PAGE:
• Would you want a 5G tower in your backyard? It could be worth some money to you…
  • No, quantum teleportation is not a “hoax”
  • How to prepare our children for the technology of the future

Dear Reader,

Welcome to our weekly mailbag edition of The Bleeding Edge. All week, you submitted your questions about the biggest trends in technology. Today, I’ll do my best to answer them.

If you have a question you’d like answered next week, be sure you submit it right here.

How to take part in Phase One of the 5G rollout…

Up first is an interesting question about Phase One of the 5G rollout. And one reader wants to play a part…

Hi, Jeff. Are 5G companies buying or leasing sites for their antennas? I have property on a hill and would like to make it available. Can you provide me with more info?

– Bruce C.

Thanks for writing in, Bruce. I’m glad to hear you’re interested in the 5G rollout.

As a reminder for newer readers, 5G is the next generation of wireless network technology. 5G speeds will be up to 100 times and in some cases 1,000 times faster than the average 4G networks we use today.

Our video demonstration gives you some idea of 5G speeds.

Wireless networks like 5G roll out in three phases.

  • Phase One: The Infrastructure Phase

  • Phase Two: The Devices Phase

  • Phase Three: The Services Phase

Right now, we are well into Phase One, the infrastructure phase. This is when network providers build and install the physical infrastructure needed to support a new generation of wireless technology.

In the case of 5G, that means towers, base stations, antennas, routing equipment, fiber-optic cable, and so forth.

And 5G is different from 4G. This new network will require significantly more infrastructure. Right now, there are an estimated 200,000 cell towers scattered across the U.S.

But 5G will require what’s known as a “small cell architecture.” We can expect five times as many base stations compared to 4G networks. For major metropolitan areas, that could mean one small cell phone tower on almost every street corner.

As for your question, Bruce…

Once wireless carriers have bought the spectrum to launch a new network, they race to launch as quickly as possible. Otherwise, they are just sitting on an unused asset that is not generating any revenue.

So they try to build out their new wireless networks as quickly as possible, starting in the areas with the densest populations – thus where they have the most customers or the most potential new customers on the new network.

When they can utilize existing infrastructure, like a tower, by leasing space on that tower, they do it. That’s much faster than constructing their own tower. And there are a few large companies whose business is exactly that – a real estate business that builds, owns, and leases locations to wireless carriers.

So, yes, wireless carriers do lease land from property owners. In other words, wireless carriers build network infrastructure on private property and pay “rent.”

According to the firm Steel in the Air – a company that negotiates these leases on behalf of landowners – rent for major metropolitan areas can be as high as $2,500 a month.

Wireless Carrier Lease Rates in the Most Populous U.S. Cities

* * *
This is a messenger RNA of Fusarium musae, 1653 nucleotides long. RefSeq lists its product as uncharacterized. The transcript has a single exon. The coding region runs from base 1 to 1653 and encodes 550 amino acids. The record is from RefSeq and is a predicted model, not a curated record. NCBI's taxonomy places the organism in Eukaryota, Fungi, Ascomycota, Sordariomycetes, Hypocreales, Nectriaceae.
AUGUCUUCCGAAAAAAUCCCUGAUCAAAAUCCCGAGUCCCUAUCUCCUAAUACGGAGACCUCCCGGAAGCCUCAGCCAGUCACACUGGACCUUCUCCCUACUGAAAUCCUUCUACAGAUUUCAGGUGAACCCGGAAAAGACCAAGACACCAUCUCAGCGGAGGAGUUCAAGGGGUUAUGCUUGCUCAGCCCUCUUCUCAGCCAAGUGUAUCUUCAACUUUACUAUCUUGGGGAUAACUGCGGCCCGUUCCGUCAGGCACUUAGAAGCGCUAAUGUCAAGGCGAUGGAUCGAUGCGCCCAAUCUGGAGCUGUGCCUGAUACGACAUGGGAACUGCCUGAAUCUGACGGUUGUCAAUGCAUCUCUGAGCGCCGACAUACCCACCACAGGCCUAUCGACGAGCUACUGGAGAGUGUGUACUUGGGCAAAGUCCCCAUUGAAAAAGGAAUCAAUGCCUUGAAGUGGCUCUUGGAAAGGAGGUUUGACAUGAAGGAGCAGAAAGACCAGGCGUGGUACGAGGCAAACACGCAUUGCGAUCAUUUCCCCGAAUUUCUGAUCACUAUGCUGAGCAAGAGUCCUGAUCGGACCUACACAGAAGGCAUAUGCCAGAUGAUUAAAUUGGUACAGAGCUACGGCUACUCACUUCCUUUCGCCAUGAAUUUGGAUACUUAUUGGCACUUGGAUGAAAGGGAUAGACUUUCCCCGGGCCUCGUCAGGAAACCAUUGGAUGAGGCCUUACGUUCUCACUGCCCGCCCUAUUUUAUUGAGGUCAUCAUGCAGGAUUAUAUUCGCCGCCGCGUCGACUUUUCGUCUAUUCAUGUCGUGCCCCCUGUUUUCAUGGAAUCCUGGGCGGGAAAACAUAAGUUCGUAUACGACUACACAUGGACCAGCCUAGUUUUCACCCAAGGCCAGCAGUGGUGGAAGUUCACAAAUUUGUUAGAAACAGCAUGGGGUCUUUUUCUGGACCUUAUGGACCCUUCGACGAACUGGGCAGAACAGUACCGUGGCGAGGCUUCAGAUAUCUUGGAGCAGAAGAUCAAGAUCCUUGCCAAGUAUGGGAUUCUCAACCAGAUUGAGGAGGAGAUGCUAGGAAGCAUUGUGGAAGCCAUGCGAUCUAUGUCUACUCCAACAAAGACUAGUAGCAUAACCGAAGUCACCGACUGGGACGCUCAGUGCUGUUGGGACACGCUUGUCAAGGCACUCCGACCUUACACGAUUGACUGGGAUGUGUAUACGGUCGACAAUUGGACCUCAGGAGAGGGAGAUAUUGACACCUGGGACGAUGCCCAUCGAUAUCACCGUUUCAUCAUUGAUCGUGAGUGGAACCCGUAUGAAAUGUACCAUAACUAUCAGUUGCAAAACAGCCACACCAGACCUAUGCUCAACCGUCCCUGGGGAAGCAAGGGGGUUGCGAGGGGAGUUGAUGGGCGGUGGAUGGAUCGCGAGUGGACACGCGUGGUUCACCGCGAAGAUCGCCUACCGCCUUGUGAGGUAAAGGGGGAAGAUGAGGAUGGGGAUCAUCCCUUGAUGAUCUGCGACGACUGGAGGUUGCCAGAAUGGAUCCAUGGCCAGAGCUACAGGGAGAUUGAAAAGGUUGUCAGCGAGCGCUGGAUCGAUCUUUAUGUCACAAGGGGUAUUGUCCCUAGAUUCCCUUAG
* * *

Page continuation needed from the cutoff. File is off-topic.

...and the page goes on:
Metropolitan Area 2018 Population (Estimated) Average Cell Tower Lease Rate (PM) 
New York 19.9 million $1,900
Los Angeles  13.2 million $1,500
Chicago 9.5 million $1,300
Dallas 7.5 million $2,500
Houston 7.0 million $1,000
Washington, DC  6.2 million $1,750
Miami 6.2 million $1,500
Philadelphia 6.1 million $1,400
Atlanta 5.9 million $1,300
Boston 4.9 million $1,500

Source: Steel in the Air

So it’s certainly possible that a network carrier would be interested in leasing your land. It would depend on what geographic market your property is in and if your land is suitable for the network infrastructure needed.

This would depend heavily on what a wireless operator’s network design looks like in your area and whether it has some network coverage issues with its current or future 5G network.

Bruce, you could investigate this more by reviewing the data shared by Steel in the Air. Just remember that those leases tend to be over longer terms – 15 years is a common time frame.

And there have been reports of very shrewd business practices on the part of the network operators to ensure they get a good price on rent. So be sure you do your due diligence if you are interested in this route.

But there’s one more point I’d like to bring up for investors.

You don’t need to rent your property in order to profit from the 5G network rollout. 2020 is the year when Phase Two – the devices phase – gets very “real.” Current industry projections are that 300 million 5G devices will ship in 2020. That’s far too low.

I predict we will see record-setting shipments of 5G devices this year. And every one of these 5G devices will need an essential component in order to connect to these networks.

And I’ve identified the company that produces this component. That’s why this investment is my No. 1 5G stock of 2020. Go right here for the full details.

Yes, “quantum teleportation” is very real…

Well, I think we’ve found one of our readers’ favorite topics.

On Wednesday, I shared an insight on “quantum teleportation.” The next day, I was greeted with a flood of feedback. Some readers even thought I might be trying to pull a fast one.

Dear Jeff, your report about quantum teleportation – this goes a bit too far. This was mistimed; it would better fit to April 1.

– Gerhard G.

Dear Jeff, your report about quantum teleportation threw me off balance. Is this for real? Is this a hoax?

– G.H.

If the principles behind this technology can be dissected and better understood, perhaps we will be closer to teleport transmission of humans in time and space. Particularly with recent biogenetic research, genome information, and CRISPER advancements.

– Rochelle H.

Jeff, do you think it is within the realm of possibility that quantum teleportation could solve the problem of astronauts on Mars communicating with doctors and scientists on Earth in the case of an emergency (without the 20-minute delay in each direction)?

– William M.

Jeff Brown’s article on teleportation really hit a target with me. As a licensed doctor in alternative health care, I have used energy transfer methods for diagnosis and care.

– Gustav M.

In the near future, controlling robots on Mars or in the asteroid belt could be done in real time with quantum teleportation instead of sending a command by radio and waiting several minutes for it to be received and executed, and waiting several more to verify the action. On the other hand, AI robots may negate the need for instant communications altogether. Only time will tell.

– Michael J.

To catch readers up, I wrote that researchers at the University of Bristol had demonstrated the transmission of data between two separate computer chips using “quantum teleportation.”